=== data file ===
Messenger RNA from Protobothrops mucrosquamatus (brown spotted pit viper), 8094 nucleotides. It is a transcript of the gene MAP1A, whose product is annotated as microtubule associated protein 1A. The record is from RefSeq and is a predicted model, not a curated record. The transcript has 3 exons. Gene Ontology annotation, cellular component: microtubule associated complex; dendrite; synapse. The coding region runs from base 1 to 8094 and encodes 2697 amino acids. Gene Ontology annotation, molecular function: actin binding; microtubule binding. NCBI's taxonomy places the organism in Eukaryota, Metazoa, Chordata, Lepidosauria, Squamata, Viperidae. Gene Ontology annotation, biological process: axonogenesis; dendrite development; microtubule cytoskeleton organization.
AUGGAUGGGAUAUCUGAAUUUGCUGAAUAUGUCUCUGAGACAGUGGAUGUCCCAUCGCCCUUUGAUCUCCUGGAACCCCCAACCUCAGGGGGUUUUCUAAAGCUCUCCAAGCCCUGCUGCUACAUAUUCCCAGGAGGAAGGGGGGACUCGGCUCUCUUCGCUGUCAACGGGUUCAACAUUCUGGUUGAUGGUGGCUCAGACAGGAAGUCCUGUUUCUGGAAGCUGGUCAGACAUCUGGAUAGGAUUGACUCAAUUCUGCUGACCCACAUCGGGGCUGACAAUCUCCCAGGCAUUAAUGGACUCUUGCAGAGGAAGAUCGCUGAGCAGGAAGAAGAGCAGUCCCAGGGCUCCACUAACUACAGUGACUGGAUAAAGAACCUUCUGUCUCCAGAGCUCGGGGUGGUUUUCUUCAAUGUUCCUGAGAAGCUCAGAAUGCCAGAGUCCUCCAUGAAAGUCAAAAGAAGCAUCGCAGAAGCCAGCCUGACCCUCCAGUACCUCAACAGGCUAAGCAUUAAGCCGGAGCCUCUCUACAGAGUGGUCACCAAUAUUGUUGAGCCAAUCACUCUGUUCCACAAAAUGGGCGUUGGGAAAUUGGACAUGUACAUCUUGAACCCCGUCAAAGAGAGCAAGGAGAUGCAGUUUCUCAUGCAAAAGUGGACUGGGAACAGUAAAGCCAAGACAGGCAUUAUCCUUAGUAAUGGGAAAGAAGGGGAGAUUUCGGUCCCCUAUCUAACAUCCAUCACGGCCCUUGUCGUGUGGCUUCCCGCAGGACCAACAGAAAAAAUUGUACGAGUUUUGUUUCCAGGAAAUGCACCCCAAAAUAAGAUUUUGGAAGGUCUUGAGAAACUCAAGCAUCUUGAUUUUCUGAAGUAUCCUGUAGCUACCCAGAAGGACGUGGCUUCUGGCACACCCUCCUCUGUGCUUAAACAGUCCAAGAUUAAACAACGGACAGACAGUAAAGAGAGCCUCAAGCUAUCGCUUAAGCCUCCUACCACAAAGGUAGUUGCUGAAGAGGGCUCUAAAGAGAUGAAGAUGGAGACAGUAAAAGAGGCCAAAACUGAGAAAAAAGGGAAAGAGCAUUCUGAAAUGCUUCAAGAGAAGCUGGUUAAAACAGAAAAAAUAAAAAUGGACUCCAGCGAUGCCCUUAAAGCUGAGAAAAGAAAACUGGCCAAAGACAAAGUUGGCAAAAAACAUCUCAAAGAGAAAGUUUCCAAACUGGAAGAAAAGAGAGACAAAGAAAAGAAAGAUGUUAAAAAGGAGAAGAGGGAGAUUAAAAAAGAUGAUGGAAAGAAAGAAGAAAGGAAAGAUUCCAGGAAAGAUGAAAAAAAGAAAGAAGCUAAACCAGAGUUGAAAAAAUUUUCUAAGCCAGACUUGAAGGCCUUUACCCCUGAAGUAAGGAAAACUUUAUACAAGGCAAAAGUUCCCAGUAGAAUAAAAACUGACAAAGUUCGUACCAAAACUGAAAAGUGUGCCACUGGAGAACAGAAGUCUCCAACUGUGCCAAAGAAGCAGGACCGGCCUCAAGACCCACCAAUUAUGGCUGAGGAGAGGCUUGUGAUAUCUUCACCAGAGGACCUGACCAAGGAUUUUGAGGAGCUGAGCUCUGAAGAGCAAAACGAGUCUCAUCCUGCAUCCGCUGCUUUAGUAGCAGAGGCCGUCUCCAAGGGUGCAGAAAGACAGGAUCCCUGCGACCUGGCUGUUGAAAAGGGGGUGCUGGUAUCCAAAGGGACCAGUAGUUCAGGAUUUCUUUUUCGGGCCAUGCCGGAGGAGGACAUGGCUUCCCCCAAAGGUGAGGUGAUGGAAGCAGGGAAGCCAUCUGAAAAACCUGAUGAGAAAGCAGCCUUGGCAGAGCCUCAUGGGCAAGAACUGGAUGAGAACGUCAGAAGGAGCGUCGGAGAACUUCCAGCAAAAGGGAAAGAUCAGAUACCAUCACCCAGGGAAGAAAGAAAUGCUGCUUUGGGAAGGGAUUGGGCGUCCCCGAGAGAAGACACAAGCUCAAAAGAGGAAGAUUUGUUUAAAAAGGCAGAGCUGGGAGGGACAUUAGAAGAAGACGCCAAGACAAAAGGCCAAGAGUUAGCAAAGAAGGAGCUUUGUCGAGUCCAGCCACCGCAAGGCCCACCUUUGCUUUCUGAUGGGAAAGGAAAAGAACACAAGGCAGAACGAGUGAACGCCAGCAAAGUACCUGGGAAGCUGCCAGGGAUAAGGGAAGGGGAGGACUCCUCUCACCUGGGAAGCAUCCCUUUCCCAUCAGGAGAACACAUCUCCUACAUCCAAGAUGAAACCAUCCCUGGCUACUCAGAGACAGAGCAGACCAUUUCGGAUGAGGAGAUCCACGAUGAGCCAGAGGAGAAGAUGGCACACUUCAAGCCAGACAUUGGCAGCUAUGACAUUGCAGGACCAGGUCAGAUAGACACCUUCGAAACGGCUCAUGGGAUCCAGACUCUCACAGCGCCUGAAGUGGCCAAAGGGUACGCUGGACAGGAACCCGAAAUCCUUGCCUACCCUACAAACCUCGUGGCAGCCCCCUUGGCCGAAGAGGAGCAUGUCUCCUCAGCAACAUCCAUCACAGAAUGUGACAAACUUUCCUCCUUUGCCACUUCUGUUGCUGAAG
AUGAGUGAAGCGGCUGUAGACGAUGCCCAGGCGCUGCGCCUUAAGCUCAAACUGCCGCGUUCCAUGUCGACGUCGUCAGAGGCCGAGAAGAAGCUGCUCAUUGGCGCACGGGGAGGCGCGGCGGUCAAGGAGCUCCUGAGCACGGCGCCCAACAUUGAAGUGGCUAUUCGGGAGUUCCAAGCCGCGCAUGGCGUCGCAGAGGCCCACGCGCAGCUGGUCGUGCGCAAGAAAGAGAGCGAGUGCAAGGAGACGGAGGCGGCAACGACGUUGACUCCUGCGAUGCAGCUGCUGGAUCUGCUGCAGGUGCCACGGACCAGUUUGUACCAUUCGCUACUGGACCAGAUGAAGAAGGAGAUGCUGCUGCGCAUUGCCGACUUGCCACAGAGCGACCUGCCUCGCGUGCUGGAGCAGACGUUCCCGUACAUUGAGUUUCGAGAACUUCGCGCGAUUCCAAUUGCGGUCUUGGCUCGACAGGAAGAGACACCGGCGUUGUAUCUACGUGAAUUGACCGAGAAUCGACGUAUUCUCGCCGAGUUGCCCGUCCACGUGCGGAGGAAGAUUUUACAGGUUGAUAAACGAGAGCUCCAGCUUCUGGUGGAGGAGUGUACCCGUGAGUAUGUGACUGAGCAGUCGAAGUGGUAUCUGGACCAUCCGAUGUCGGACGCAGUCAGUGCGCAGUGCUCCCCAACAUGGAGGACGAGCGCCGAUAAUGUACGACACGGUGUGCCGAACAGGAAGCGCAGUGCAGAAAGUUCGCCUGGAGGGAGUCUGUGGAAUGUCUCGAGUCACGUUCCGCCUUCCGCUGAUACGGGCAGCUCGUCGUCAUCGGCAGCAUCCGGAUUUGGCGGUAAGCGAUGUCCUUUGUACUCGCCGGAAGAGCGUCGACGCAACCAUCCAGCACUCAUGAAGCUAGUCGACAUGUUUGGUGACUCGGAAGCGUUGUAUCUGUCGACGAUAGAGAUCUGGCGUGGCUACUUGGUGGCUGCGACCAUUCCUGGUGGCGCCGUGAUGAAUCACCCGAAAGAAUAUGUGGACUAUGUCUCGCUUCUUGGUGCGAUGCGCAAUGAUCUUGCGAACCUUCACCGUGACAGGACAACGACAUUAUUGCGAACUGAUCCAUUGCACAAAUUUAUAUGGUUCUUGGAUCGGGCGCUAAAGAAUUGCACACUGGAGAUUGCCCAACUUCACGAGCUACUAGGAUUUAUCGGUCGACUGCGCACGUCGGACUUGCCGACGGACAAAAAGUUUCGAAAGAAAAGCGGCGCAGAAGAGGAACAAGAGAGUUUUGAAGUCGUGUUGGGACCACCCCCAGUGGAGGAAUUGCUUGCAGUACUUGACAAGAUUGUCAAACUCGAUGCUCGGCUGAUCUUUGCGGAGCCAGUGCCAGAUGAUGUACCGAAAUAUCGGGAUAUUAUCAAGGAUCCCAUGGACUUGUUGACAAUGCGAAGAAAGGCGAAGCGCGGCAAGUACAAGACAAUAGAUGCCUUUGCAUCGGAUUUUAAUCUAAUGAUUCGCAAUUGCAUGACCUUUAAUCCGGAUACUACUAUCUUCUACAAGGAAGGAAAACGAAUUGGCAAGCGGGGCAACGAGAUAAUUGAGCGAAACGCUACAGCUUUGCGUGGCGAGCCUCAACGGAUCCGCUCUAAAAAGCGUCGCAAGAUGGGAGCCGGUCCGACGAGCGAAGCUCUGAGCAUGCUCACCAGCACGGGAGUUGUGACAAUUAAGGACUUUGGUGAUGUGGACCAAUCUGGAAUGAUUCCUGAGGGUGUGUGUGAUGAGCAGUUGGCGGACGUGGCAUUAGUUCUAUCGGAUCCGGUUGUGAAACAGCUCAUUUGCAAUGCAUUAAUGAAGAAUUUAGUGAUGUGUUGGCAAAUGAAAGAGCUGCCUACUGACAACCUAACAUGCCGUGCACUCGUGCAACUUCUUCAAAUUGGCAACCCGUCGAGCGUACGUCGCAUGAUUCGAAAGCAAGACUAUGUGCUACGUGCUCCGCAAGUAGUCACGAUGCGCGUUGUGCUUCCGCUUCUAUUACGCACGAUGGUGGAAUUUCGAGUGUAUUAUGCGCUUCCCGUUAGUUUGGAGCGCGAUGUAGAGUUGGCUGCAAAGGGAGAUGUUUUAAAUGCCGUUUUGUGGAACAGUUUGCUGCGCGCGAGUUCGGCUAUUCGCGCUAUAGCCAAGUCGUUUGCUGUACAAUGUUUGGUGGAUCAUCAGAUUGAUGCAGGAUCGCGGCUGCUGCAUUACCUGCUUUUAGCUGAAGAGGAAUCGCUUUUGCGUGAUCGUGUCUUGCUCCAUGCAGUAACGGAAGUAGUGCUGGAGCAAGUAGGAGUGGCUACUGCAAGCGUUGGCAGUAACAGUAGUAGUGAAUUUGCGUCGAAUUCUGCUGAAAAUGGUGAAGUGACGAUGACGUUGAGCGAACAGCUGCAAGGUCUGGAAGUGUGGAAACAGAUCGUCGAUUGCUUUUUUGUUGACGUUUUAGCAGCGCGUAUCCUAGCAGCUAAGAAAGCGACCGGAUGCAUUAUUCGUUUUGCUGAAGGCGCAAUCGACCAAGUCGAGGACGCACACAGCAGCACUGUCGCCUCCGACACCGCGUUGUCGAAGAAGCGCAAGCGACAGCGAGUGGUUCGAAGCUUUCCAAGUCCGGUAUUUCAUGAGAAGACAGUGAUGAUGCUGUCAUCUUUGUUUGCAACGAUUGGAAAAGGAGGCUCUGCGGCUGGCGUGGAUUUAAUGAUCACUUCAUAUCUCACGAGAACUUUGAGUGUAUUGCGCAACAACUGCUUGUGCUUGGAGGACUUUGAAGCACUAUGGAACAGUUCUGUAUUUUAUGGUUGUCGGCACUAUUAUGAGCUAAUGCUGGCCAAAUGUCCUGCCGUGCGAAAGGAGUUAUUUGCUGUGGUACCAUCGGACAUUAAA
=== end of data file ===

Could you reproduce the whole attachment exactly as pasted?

Messenger RNA from Protobothrops mucrosquamatus (brown spotted pit viper), 8094 nucleotides. It is a transcript of the gene MAP1A, whose product is annotated as microtubule associated protein 1A. The record is from RefSeq and is a predicted model, not a curated record. The transcript has 3 exons. Gene Ontology annotation, cellular component: microtubule associated complex; dendrite; synapse. The coding region runs from base 1 to 8094 and encodes 2697 amino acids. Gene Ontology annotation, molecular function: actin binding; microtubule binding. NCBI's taxonomy places the organism in Eukaryota, Metazoa, Chordata, Lepidosauria, Squamata, Viperidae. Gene Ontology annotation, biological process: axonogenesis; dendrite development; microtubule cytoskeleton organization.
AUGGAUGGGAUAUCUGAAUUUGCUGAAUAUGUCUCUGAGACAGUGGAUGUCCCAUCGCCCUUUGAUCUCCUGGAACCCCCAACCUCAGGGGGUUUUCUAAAGCUCUCCAAGCCCUGCUGCUACAUAUUCCCAGGAGGAAGGGGGGACUCGGCUCUCUUCGCUGUCAACGGGUUCAACAUUCUGGUUGAUGGUGGCUCAGACAGGAAGUCCUGUUUCUGGAAGCUGGUCAGACAUCUGGAUAGGAUUGACUCAAUUCUGCUGACCCACAUCGGGGCUGACAAUCUCCCAGGCAUUAAUGGACUCUUGCAGAGGAAGAUCGCUGAGCAGGAAGAAGAGCAGUCCCAGGGCUCCACUAACUACAGUGACUGGAUAAAGAACCUUCUGUCUCCAGAGCUCGGGGUGGUUUUCUUCAAUGUUCCUGAGAAGCUCAGAAUGCCAGAGUCCUCCAUGAAAGUCAAAAGAAGCAUCGCAGAAGCCAGCCUGACCCUCCAGUACCUCAACAGGCUAAGCAUUAAGCCGGAGCCUCUCUACAGAGUGGUCACCAAUAUUGUUGAGCCAAUCACUCUGUUCCACAAAAUGGGCGUUGGGAAAUUGGACAUGUACAUCUUGAACCCCGUCAAAGAGAGCAAGGAGAUGCAGUUUCUCAUGCAAAAGUGGACUGGGAACAGUAAAGCCAAGACAGGCAUUAUCCUUAGUAAUGGGAAAGAAGGGGAGAUUUCGGUCCCCUAUCUAACAUCCAUCACGGCCCUUGUCGUGUGGCUUCCCGCAGGACCAACAGAAAAAAUUGUACGAGUUUUGUUUCCAGGAAAUGCACCCCAAAAUAAGAUUUUGGAAGGUCUUGAGAAACUCAAGCAUCUUGAUUUUCUGAAGUAUCCUGUAGCUACCCAGAAGGACGUGGCUUCUGGCACACCCUCCUCUGUGCUUAAACAGUCCAAGAUUAAACAACGGACAGACAGUAAAGAGAGCCUCAAGCUAUCGCUUAAGCCUCCUACCACAAAGGUAGUUGCUGAAGAGGGCUCUAAAGAGAUGAAGAUGGAGACAGUAAAAGAGGCCAAAACUGAGAAAAAAGGGAAAGAGCAUUCUGAAAUGCUUCAAGAGAAGCUGGUUAAAACAGAAAAAAUAAAAAUGGACUCCAGCGAUGCCCUUAAAGCUGAGAAAAGAAAACUGGCCAAAGACAAAGUUGGCAAAAAACAUCUCAAAGAGAAAGUUUCCAAACUGGAAGAAAAGAGAGACAAAGAAAAGAAAGAUGUUAAAAAGGAGAAGAGGGAGAUUAAAAAAGAUGAUGGAAAGAAAGAAGAAAGGAAAGAUUCCAGGAAAGAUGAAAAAAAGAAAGAAGCUAAACCAGAGUUGAAAAAAUUUUCUAAGCCAGACUUGAAGGCCUUUACCCCUGAAGUAAGGAAAACUUUAUACAAGGCAAAAGUUCCCAGUAGAAUAAAAACUGACAAAGUUCGUACCAAAACUGAAAAGUGUGCCACUGGAGAACAGAAGUCUCCAACUGUGCCAAAGAAGCAGGACCGGCCUCAAGACCCACCAAUUAUGGCUGAGGAGAGGCUUGUGAUAUCUUCACCAGAGGACCUGACCAAGGAUUUUGAGGAGCUGAGCUCUGAAGAGCAAAACGAGUCUCAUCCUGCAUCCGCUGCUUUAGUAGCAGAGGCCGUCUCCAAGGGUGCAGAAAGACAGGAUCCCUGCGACCUGGCUGUUGAAAAGGGGGUGCUGGUAUCCAAAGGGACCAGUAGUUCAGGAUUUCUUUUUCGGGCCAUGCCGGAGGAGGACAUGGCUUCCCCCAAAGGUGAGGUGAUGGAAGCAGGGAAGCCAUCUGAAAAACCUGAUGAGAAAGCAGCCUUGGCAGAGCCUCAUGGGCAAGAACUGGAUGAGAACGUCAGAAGGAGCGUCGGAGAACUUCCAGCAAAAGGGAAAGAUCAGAUACCAUCACCCAGGGAAGAAAGAAAUGCUGCUUUGGGAAGGGAUUGGGCGUCCCCGAGAGAAGACACAAGCUCAAAAGAGGAAGAUUUGUUUAAAAAGGCAGAGCUGGGAGGGACAUUAGAAGAAGACGCCAAGACAAAAGGCCAAGAGUUAGCAAAGAAGGAGCUUUGUCGAGUCCAGCCACCGCAAGGCCCACCUUUGCUUUCUGAUGGGAAAGGAAAAGAACACAAGGCAGAACGAGUGAACGCCAGCAAAGUACCUGGGAAGCUGCCAGGGAUAAGGGAAGGGGAGGACUCCUCUCACCUGGGAAGCAUCCCUUUCCCAUCAGGAGAACACAUCUCCUACAUCCAAGAUGAAACCAUCCCUGGCUACUCAGAGACAGAGCAGACCAUUUCGGAUGAGGAGAUCCACGAUGAGCCAGAGGAGAAGAUGGCACACUUCAAGCCAGACAUUGGCAGCUAUGACAUUGCAGGACCAGGUCAGAUAGACACCUUCGAAACGGCUCAUGGGAUCCAGACUCUCACAGCGCCUGAAGUGGCCAAAGGGUACGCUGGACAGGAACCCGAAAUCCUUGCCUACCCUACAAACCUCGUGGCAGCCCCCUUGGCCGAAGAGGAGCAUGUCUCCUCAGCAACAUCCAUCACAGAAUGUGACAAACUUUCCUCCUUUGCCACUUCUGUUGCUGAAG
AUGAGUGAAGCGGCUGUAGACGAUGCCCAGGCGCUGCGCCUUAAGCUCAAACUGCCGCGUUCCAUGUCGACGUCGUCAGAGGCCGAGAAGAAGCUGCUCAUUGGCGCACGGGGAGGCGCGGCGGUCAAGGAGCUCCUGAGCACGGCGCCCAACAUUGAAGUGGCUAUUCGGGAGUUCCAAGCCGCGCAUGGCGUCGCAGAGGCCCACGCGCAGCUGGUCGUGCGCAAGAAAGAGAGCGAGUGCAAGGAGACGGAGGCGGCAACGACGUUGACUCCUGCGAUGCAGCUGCUGGAUCUGCUGCAGGUGCCACGGACCAGUUUGUACCAUUCGCUACUGGACCAGAUGAAGAAGGAGAUGCUGCUGCGCAUUGCCGACUUGCCACAGAGCGACCUGCCUCGCGUGCUGGAGCAGACGUUCCCGUACAUUGAGUUUCGAGAACUUCGCGCGAUUCCAAUUGCGGUCUUGGCUCGACAGGAAGAGACACCGGCGUUGUAUCUACGUGAAUUGACCGAGAAUCGACGUAUUCUCGCCGAGUUGCCCGUCCACGUGCGGAGGAAGAUUUUACAGGUUGAUAAACGAGAGCUCCAGCUUCUGGUGGAGGAGUGUACCCGUGAGUAUGUGACUGAGCAGUCGAAGUGGUAUCUGGACCAUCCGAUGUCGGACGCAGUCAGUGCGCAGUGCUCCCCAACAUGGAGGACGAGCGCCGAUAAUGUACGACACGGUGUGCCGAACAGGAAGCGCAGUGCAGAAAGUUCGCCUGGAGGGAGUCUGUGGAAUGUCUCGAGUCACGUUCCGCCUUCCGCUGAUACGGGCAGCUCGUCGUCAUCGGCAGCAUCCGGAUUUGGCGGUAAGCGAUGUCCUUUGUACUCGCCGGAAGAGCGUCGACGCAACCAUCCAGCACUCAUGAAGCUAGUCGACAUGUUUGGUGACUCGGAAGCGUUGUAUCUGUCGACGAUAGAGAUCUGGCGUGGCUACUUGGUGGCUGCGACCAUUCCUGGUGGCGCCGUGAUGAAUCACCCGAAAGAAUAUGUGGACUAUGUCUCGCUUCUUGGUGCGAUGCGCAAUGAUCUUGCGAACCUUCACCGUGACAGGACAACGACAUUAUUGCGAACUGAUCCAUUGCACAAAUUUAUAUGGUUCUUGGAUCGGGCGCUAAAGAAUUGCACACUGGAGAUUGCCCAACUUCACGAGCUACUAGGAUUUAUCGGUCGACUGCGCACGUCGGACUUGCCGACGGACAAAAAGUUUCGAAAGAAAAGCGGCGCAGAAGAGGAACAAGAGAGUUUUGAAGUCGUGUUGGGACCACCCCCAGUGGAGGAAUUGCUUGCAGUACUUGACAAGAUUGUCAAACUCGAUGCUCGGCUGAUCUUUGCGGAGCCAGUGCCAGAUGAUGUACCGAAAUAUCGGGAUAUUAUCAAGGAUCCCAUGGACUUGUUGACAAUGCGAAGAAAGGCGAAGCGCGGCAAGUACAAGACAAUAGAUGCCUUUGCAUCGGAUUUUAAUCUAAUGAUUCGCAAUUGCAUGACCUUUAAUCCGGAUACUACUAUCUUCUACAAGGAAGGAAAACGAAUUGGCAAGCGGGGCAACGAGAUAAUUGAGCGAAACGCUACAGCUUUGCGUGGCGAGCCUCAACGGAUCCGCUCUAAAAAGCGUCGCAAGAUGGGAGCCGGUCCGACGAGCGAAGCUCUGAGCAUGCUCACCAGCACGGGAGUUGUGACAAUUAAGGACUUUGGUGAUGUGGACCAAUCUGGAAUGAUUCCUGAGGGUGUGUGUGAUGAGCAGUUGGCGGACGUGGCAUUAGUUCUAUCGGAUCCGGUUGUGAAACAGCUCAUUUGCAAUGCAUUAAUGAAGAAUUUAGUGAUGUGUUGGCAAAUGAAAGAGCUGCCUACUGACAACCUAACAUGCCGUGCACUCGUGCAACUUCUUCAAAUUGGCAACCCGUCGAGCGUACGUCGCAUGAUUCGAAAGCAAGACUAUGUGCUACGUGCUCCGCAAGUAGUCACGAUGCGCGUUGUGCUUCCGCUUCUAUUACGCACGAUGGUGGAAUUUCGAGUGUAUUAUGCGCUUCCCGUUAGUUUGGAGCGCGAUGUAGAGUUGGCUGCAAAGGGAGAUGUUUUAAAUGCCGUUUUGUGGAACAGUUUGCUGCGCGCGAGUUCGGCUAUUCGCGCUAUAGCCAAGUCGUUUGCUGUACAAUGUUUGGUGGAUCAUCAGAUUGAUGCAGGAUCGCGGCUGCUGCAUUACCUGCUUUUAGCUGAAGAGGAAUCGCUUUUGCGUGAUCGUGUCUUGCUCCAUGCAGUAACGGAAGUAGUGCUGGAGCAAGUAGGAGUGGCUACUGCAAGCGUUGGCAGUAACAGUAGUAGUGAAUUUGCGUCGAAUUCUGCUGAAAAUGGUGAAGUGACGAUGACGUUGAGCGAACAGCUGCAAGGUCUGGAAGUGUGGAAACAGAUCGUCGAUUGCUUUUUUGUUGACGUUUUAGCAGCGCGUAUCCUAGCAGCUAAGAAAGCGACCGGAUGCAUUAUUCGUUUUGCUGAAGGCGCAAUCGACCAAGUCGAGGACGCACACAGCAGCACUGUCGCCUCCGACACCGCGUUGUCGAAGAAGCGCAAGCGACAGCGAGUGGUUCGAAGCUUUCCAAGUCCGGUAUUUCAUGAGAAGACAGUGAUGAUGCUGUCAUCUUUGUUUGCAACGAUUGGAAAAGGAGGCUCUGCGGCUGGCGUGGAUUUAAUGAUCACUUCAUAUCUCACGAGAACUUUGAGUGUAUUGCGCAACAACUGCUUGUGCUUGGAGGACUUUGAAGCACUAUGGAACAGUUCUGUAUUUUAUGGUUGUCGGCACUAUUAUGAGCUAAUGCUGGCCAAAUGUCCUGCCGUGCGAAAGGAGUUAUUUGCUGUGGUACCAUCGGACAUUAAA